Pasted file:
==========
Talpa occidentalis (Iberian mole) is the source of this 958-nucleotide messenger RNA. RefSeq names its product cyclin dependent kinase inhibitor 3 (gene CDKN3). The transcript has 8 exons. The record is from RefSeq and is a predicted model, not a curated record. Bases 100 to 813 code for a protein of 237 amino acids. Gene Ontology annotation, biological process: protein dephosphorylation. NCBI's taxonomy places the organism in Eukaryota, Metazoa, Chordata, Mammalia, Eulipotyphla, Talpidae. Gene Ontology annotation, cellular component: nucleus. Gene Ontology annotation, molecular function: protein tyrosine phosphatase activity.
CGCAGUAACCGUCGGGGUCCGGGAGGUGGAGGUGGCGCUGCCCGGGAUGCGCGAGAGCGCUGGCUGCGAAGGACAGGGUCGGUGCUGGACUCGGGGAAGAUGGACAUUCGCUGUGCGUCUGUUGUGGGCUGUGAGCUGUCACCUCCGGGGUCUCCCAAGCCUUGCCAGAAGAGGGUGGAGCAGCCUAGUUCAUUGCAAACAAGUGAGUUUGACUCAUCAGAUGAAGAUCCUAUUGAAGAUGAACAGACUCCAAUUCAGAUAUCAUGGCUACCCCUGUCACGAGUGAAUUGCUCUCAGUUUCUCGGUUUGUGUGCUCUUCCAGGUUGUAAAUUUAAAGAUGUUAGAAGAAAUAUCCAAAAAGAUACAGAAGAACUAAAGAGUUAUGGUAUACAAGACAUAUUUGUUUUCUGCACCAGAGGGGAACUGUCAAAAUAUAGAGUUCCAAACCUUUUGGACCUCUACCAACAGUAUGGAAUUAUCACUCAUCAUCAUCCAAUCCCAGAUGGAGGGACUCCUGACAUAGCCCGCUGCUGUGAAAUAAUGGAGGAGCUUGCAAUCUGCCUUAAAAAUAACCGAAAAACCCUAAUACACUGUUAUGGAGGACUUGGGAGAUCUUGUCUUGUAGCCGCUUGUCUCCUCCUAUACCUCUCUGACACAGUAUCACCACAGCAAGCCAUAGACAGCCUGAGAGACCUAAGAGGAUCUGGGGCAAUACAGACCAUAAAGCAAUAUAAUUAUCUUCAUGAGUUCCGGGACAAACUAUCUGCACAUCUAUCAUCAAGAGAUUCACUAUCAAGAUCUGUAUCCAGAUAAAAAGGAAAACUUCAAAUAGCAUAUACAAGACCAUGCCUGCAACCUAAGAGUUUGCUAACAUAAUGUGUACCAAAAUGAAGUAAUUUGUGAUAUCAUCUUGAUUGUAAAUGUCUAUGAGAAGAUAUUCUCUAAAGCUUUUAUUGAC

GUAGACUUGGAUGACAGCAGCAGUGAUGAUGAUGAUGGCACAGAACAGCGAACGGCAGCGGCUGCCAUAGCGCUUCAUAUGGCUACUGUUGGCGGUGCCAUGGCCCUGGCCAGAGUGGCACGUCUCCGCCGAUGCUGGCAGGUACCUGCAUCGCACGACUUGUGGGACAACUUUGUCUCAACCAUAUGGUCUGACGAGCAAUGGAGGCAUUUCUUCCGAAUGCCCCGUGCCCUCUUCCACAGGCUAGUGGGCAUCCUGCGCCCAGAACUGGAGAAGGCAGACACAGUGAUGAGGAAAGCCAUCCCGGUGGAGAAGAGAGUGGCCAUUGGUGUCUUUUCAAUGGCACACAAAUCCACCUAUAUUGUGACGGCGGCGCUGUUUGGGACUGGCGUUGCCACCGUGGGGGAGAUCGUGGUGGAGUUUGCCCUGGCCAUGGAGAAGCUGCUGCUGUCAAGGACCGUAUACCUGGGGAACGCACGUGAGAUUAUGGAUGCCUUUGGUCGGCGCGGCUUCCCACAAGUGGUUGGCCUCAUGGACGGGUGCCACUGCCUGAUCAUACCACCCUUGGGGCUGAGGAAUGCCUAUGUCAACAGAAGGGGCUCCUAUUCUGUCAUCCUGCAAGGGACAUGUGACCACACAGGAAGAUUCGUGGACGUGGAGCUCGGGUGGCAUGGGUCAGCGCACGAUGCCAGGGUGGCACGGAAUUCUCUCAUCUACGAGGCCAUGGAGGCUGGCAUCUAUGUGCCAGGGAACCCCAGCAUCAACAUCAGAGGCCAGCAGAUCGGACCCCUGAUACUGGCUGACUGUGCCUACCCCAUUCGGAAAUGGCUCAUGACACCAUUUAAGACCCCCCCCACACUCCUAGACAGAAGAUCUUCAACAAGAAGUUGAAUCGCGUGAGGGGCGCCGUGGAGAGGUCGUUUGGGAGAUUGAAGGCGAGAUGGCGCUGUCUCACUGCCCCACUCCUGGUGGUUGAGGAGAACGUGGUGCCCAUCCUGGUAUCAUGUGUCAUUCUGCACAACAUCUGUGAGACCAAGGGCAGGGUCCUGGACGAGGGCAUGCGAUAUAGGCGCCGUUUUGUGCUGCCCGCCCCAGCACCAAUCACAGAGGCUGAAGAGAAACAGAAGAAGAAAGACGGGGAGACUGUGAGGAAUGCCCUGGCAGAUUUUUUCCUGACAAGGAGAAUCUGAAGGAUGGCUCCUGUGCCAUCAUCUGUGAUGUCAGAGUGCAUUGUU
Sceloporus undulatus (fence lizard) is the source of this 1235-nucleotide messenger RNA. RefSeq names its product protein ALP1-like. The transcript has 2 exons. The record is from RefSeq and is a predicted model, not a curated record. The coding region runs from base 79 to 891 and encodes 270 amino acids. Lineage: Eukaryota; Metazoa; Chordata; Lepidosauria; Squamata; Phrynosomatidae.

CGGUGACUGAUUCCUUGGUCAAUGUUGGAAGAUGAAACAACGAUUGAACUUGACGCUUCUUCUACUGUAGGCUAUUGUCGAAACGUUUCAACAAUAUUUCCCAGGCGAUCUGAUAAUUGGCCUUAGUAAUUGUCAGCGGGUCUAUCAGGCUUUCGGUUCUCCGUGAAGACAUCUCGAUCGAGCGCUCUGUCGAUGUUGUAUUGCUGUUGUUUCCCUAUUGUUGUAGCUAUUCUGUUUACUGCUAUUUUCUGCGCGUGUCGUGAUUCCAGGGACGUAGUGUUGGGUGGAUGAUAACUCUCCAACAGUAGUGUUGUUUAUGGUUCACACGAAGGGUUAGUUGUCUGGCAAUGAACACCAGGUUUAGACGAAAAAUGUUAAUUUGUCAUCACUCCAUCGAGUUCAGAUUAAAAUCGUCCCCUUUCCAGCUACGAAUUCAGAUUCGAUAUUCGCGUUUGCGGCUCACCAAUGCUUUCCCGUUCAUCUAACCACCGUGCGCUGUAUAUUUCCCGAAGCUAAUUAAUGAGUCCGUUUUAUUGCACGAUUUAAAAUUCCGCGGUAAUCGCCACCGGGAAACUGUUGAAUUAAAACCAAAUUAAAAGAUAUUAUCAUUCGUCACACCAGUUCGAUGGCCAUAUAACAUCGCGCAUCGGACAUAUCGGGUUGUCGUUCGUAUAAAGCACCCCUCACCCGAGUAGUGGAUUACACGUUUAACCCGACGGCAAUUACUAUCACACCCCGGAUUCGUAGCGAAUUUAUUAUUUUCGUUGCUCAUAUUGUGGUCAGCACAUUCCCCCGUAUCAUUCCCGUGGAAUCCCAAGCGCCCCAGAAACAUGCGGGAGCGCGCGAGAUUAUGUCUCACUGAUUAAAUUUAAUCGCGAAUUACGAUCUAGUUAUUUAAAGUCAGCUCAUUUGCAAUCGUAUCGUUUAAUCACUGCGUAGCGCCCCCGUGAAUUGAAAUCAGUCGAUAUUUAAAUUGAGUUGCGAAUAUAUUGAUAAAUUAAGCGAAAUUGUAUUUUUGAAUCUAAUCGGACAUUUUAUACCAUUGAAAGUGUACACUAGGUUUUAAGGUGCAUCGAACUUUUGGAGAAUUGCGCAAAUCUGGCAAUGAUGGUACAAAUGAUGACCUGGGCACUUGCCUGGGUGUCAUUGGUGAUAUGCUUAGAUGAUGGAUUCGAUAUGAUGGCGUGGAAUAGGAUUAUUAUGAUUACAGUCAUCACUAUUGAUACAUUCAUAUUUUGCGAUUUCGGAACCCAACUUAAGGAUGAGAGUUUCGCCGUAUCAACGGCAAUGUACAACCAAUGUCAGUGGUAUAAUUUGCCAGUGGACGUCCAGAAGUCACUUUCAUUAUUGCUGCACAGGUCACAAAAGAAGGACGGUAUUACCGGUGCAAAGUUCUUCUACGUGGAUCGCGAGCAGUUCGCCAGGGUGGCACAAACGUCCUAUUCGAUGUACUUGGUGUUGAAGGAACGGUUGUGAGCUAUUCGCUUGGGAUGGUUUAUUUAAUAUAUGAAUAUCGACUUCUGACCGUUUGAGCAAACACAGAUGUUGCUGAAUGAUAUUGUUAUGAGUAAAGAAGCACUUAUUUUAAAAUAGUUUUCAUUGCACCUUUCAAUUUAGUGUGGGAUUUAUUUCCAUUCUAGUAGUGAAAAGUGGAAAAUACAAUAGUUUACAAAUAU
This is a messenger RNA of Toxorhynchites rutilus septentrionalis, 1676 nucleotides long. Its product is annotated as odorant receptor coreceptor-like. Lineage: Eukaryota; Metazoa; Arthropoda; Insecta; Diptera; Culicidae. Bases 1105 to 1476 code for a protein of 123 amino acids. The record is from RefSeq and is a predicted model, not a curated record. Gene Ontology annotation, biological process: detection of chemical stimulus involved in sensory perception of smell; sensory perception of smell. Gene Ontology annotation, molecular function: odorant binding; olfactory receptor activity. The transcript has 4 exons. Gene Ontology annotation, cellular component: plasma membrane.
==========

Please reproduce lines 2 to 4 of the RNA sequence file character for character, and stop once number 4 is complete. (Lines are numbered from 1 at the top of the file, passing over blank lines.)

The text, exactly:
CGCAGUAACCGUCGGGGUCCGGGAGGUGGAGGUGGCGCUGCCCGGGAUGCGCGAGAGCGCUGGCUGCGAAGGACAGGGUCGGUGCUGGACUCGGGGAAGAUGGACAUUCGCUGUGCGUCUGUUGUGGGCUGUGAGCUGUCACCUCCGGGGUCUCCCAAGCCUUGCCAGAAGAGGGUGGAGCAGCCUAGUUCAUUGCAAACAAGUGAGUUUGACUCAUCAGAUGAAGAUCCUAUUGAAGAUGAACAGACUCCAAUUCAGAUAUCAUGGCUACCCCUGUCACGAGUGAAUUGCUCUCAGUUUCUCGGUUUGUGUGCUCUUCCAGGUUGUAAAUUUAAAGAUGUUAGAAGAAAUAUCCAAAAAGAUACAGAAGAACUAAAGAGUUAUGGUAUACAAGACAUAUUUGUUUUCUGCACCAGAGGGGAACUGUCAAAAUAUAGAGUUCCAAACCUUUUGGACCUCUACCAACAGUAUGGAAUUAUCACUCAUCAUCAUCCAAUCCCAGAUGGAGGGACUCCUGACAUAGCCCGCUGCUGUGAAAUAAUGGAGGAGCUUGCAAUCUGCCUUAAAAAUAACCGAAAAACCCUAAUACACUGUUAUGGAGGACUUGGGAGAUCUUGUCUUGUAGCCGCUUGUCUCCUCCUAUACCUCUCUGACACAGUAUCACCACAGCAAGCCAUAGACAGCCUGAGAGACCUAAGAGGAUCUGGGGCAAUACAGACCAUAAAGCAAUAUAAUUAUCUUCAUGAGUUCCGGGACAAACUAUCUGCACAUCUAUCAUCAAGAGAUUCACUAUCAAGAUCUGUAUCCAGAUAAAAAGGAAAACUUCAAAUAGCAUAUACAAGACCAUGCCUGCAACCUAAGAGUUUGCUAACAUAAUGUGUACCAAAAUGAAGUAAUUUGUGAUAUCAUCUUGAUUGUAAAUGUCUAUGAGAAGAUAUUCUCUAAAGCUUUUAUUGAC

GUAGACUUGGAUGACAGCAGCAGUGAUGAUGAUGAUGGCACAGAACAGCGAACGGCAGCGGCUGCCAUAGCGCUUCAUAUGGCUACUGUUGGCGGUGCCAUGGCCCUGGCCAGAGUGGCACGUCUCCGCCGAUGCUGGCAGGUACCUGCAUCGCACGACUUGUGGGACAACUUUGUCUCAACCAUAUGGUCUGACGAGCAAUGGAGGCAUUUCUUCCGAAUGCCCCGUGCCCUCUUCCACAGGCUAGUGGGCAUCCUGCGCCCAGAACUGGAGAAGGCAGACACAGUGAUGAGGAAAGCCAUCCCGGUGGAGAAGAGAGUGGCCAUUGGUGUCUUUUCAAUGGCACACAAAUCCACCUAUAUUGUGACGGCGGCGCUGUUUGGGACUGGCGUUGCCACCGUGGGGGAGAUCGUGGUGGAGUUUGCCCUGGCCAUGGAGAAGCUGCUGCUGUCAAGGACCGUAUACCUGGGGAACGCACGUGAGAUUAUGGAUGCCUUUGGUCGGCGCGGCUUCCCACAAGUGGUUGGCCUCAUGGACGGGUGCCACUGCCUGAUCAUACCACCCUUGGGGCUGAGGAAUGCCUAUGUCAACAGAAGGGGCUCCUAUUCUGUCAUCCUGCAAGGGACAUGUGACCACACAGGAAGAUUCGUGGACGUGGAGCUCGGGUGGCAUGGGUCAGCGCACGAUGCCAGGGUGGCACGGAAUUCUCUCAUCUACGAGGCCAUGGAGGCUGGCAUCUAUGUGCCAGGGAACCCCAGCAUCAACAUCAGAGGCCAGCAGAUCGGACCCCUGAUACUGGCUGACUGUGCCUACCCCAUUCGGAAAUGGCUCAUGACACCAUUUAAGACCCCCCCCACACUCCUAGACAGAAGAUCUUCAACAAGAAGUUGAAUCGCGUGAGGGGCGCCGUGGAGAGGUCGUUUGGGAGAUUGAAGGCGAGAUGGCGCUGUCUCACUGCCCCACUCCUGGUGGUUGAGGAGAACGUGGUGCCCAUCCUGGUAUCAUGUGUCAUUCUGCACAACAUCUGUGAGACCAAGGGCAGGGUCCUGGACGAGGGCAUGCGAUAUAGGCGCCGUUUUGUGCUGCCCGCCCCAGCACCAAUCACAGAGGCUGAAGAGAAACAGAAGAAGAAAGACGGGGAGACUGUGAGGAAUGCCCUGGCAGAUUUUUUCCUGACAAGGAGAAUCUGAAGGAUGGCUCCUGUGCCAUCAUCUGUGAUGUCAGAGUGCAUUGUU
Sceloporus undulatus (fence lizard) is the source of this 1235-nucleotide messenger RNA. RefSeq names its product protein ALP1-like. The transcript has 2 exons. The record is from RefSeq and is a predicted model, not a curated record. The coding region runs from base 79 to 891 and encodes 270 amino acids. Lineage: Eukaryota; Metazoa; Chordata; Lepidosauria; Squamata; Phrynosomatidae.